TITLE

Aircraft Emissions Expected to Grow, but Technological and Operational Improvements and Government Policies Can Help Control Emissions

PUB. DATE
June 2009
SOURCE
GAO Reports;6/8/2009, preceding p1
SOURCE TYPE
Government Document
DOC. TYPE
Article
ABSTRACT
The article reports on the control of aircraft emission by way of technological and operational improvements and government policies in the U.S. Intergovernmental Panel on Climate Change (IPCC) reveals that aviation is accountable for about 2% of human-generated global carbon dioxide emissions. It mentions that several policy options to direct aircraft emission are accessible to governments and have the potential to be part of wider policies to handle emissions from several sources.
ACCESSION #
41771947

 

Related Articles

  • IPCC climate alarm advocacy has failed: what's Plan B? Carter, Robert M. // National Observer;Summer2009, Issue 79, p23 

    The article reports on the efficacy of Intergovernmental Panel on Climate Change (IPCC) in Australia. The IPCC was established in 1988 to address carbon dioxide emissions that might cause dangerous climate change above and beyond natural change. The Australian government's climate policy rests...

  • Time to revisit Australia's climate change policy. Carter, Bob // Energy & Environment;2006, Vol. 17 Issue 1, p103 

    The article offers the author's insights on government policy on climate change in Australia, suggesting that the government must avoid listening to scientists and to the United Nations. The author emphasizes that climatic changes will not be addressed through carbon dioxide emission reduction,...

  • A FRESH LOOK AT CLIMATE CHANGE. Ballonoff, Paul // CATO Journal;Winter2014, Vol. 34 Issue 1, p113 

    The article discusses debates concerning climate change as of early 2014. It examines forecasts and climate models utilized by the United Nations International Panel on Climate Change (UN IPCC), increased carbon emissions and the economic value of carbon dioxide, and climate policy. The article...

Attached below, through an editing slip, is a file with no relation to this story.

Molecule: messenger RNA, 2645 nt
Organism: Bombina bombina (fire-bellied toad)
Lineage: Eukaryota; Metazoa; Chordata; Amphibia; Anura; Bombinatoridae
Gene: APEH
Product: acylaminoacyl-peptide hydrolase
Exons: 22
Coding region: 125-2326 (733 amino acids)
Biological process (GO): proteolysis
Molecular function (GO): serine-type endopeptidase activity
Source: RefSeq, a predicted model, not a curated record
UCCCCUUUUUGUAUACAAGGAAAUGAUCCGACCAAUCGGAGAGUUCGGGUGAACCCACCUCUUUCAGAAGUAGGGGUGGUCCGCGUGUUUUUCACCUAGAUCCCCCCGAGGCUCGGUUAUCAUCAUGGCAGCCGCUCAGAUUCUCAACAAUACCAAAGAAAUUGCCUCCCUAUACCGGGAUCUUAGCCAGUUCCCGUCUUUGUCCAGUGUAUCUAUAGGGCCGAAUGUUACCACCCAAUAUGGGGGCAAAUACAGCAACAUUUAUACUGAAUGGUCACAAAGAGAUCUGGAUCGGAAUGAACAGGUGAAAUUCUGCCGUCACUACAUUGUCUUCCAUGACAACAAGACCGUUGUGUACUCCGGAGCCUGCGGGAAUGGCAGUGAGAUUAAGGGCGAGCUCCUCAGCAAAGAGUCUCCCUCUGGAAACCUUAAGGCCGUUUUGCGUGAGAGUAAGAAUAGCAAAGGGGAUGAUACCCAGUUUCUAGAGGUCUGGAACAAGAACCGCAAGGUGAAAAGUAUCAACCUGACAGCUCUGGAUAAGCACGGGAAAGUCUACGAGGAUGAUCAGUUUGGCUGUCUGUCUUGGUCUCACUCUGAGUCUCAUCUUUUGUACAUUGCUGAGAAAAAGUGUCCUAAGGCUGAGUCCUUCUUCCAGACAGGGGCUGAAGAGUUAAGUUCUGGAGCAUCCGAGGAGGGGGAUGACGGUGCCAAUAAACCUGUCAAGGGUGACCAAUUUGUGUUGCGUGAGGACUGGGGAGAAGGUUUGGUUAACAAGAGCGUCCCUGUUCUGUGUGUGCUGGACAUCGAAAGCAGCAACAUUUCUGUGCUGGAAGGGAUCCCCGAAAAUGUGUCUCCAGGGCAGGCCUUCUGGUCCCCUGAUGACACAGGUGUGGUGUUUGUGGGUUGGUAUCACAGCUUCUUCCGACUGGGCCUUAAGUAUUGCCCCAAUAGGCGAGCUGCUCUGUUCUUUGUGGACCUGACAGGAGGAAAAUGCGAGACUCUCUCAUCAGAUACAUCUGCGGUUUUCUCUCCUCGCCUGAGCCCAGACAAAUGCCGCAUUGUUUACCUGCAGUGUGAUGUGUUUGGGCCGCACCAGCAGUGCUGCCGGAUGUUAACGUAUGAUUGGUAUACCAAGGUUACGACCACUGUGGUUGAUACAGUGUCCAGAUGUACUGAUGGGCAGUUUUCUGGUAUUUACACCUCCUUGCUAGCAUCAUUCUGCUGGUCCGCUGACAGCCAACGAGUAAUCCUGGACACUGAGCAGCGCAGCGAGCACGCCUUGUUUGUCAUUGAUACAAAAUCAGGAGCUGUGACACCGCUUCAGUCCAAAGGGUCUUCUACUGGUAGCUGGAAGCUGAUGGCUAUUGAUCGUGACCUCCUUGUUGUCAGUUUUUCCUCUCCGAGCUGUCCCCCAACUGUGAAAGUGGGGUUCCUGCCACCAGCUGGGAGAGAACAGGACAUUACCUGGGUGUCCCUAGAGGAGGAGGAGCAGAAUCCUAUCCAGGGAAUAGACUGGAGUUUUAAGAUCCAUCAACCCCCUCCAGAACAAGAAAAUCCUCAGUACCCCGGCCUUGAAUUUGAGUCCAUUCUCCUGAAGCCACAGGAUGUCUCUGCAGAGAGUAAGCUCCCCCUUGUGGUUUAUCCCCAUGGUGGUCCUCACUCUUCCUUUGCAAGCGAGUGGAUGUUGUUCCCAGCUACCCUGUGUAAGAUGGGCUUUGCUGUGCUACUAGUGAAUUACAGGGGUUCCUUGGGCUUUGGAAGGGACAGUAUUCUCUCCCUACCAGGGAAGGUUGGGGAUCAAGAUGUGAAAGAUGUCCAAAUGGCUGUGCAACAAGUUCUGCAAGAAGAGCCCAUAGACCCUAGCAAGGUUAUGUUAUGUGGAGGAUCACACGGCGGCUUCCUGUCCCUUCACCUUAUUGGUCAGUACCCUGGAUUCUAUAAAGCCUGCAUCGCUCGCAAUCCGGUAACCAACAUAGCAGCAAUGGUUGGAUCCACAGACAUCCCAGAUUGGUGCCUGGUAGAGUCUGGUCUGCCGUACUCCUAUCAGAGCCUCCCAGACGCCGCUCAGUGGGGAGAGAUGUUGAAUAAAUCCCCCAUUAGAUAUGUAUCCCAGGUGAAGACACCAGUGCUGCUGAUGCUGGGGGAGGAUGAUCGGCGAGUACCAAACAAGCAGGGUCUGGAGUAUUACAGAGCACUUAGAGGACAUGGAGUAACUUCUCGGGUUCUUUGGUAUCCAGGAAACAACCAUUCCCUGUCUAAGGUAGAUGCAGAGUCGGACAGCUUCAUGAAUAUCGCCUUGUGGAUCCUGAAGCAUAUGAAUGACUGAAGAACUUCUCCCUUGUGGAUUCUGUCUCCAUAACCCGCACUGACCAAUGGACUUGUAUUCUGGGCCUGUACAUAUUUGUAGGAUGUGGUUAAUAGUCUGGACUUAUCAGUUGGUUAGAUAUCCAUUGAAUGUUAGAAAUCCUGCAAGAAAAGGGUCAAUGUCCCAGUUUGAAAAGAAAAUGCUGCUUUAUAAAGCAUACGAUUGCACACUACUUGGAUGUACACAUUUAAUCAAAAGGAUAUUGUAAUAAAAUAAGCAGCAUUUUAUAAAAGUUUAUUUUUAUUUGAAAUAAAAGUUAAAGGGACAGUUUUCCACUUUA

• Selection of climate policies under the uncertainties in the Fifth Assessment Report of the IPCC. Drouet, L.; Bosetti, V.; Tavoni, M. // Nature Climate Change;Oct2015, Vol. 5 Issue 10, p937 

    Strategies for dealing with climate change must incorporate and quantify all the relevant uncertainties, and be designed to manage the resulting risks. Here we employ the best available knowledge so far, summarized by the three working groups of the Fifth Assessment Report of the...

  • Capturing Carbon's Potential. de Guzman, Doris // ICIS Chemical Business;1/19/2009, Vol. 275 Issue 3, p20 

    The article offers information on the advantages of using Carbon Capture and Sequestration (CCS) technology in several companies. According to the Intergovernmental Panel on Climate Change (IPCC), CCS is the most promising technology for the rapid global emission reduction. IPCC states that...

  • Climate change: there's still time to act.  // Financial Management;Feb2015, p21 

    The article presents the report of the United Nation's (UN) Intergovernmental Panel on Climate Change (IPCC) on the damages brought by climate changes worldwide and the need to act immediately to reduce the emissions of carbon dioxide.

  • On the road to danger.  // New Scientist;9/28/2013, Vol. 219 Issue 2936, p6 

    The article looks at a 2013 report by the United Nations Intergovernmental Panel on Climate Change (IPCC) that cumulative carbon dioxide emissions have reached the halfway point to the threshold for dangerous levels of global warming, calling for geoengineering to mitigate atmospheric carbon.

  • Getting Ocean Acidification on Decision Makers' To-Do Lists. Cooley, Sarah R.; Jewett, Elizabeth B.; Reichert, Julie; Robbins, Lisa; Shrestha, Gyami; Wieczorek, Dan; Weisberg, Stephen B. // Oceanography;Jun2015, Vol. 28 Issue 2, p198 

    Much of the detailed, incremental knowledge being generated by current scientific research on ocean acidification (OA) does not directly address the needs of decision makers, who are asking broad questions such as: Where will OA harm marine resources next? When will this happen? Who will be...

  • CAN GOVERNMENTS ENSURE ADHERENCE TO THE POLLUTER PAYS PRINCIPLE IN THE LONG-TERM CCS LIABILITY CONTEXT? Bailey, Paul; McCullough, Elizabeth; Suter, Sonya // Sustainable Development Law & Policy;Winter2012, Vol. 12 Issue 2, p46 

    The article discusses global climate change and the role of governments in supporting adherence to the Polluter Pays Principle (PPP) in relation to long-term carbon capture and sequestration (CCS) liability as of January 2012. The reduction of global carbon dioxide emissions is addressed, along...

Share

Read the Article

Other Topics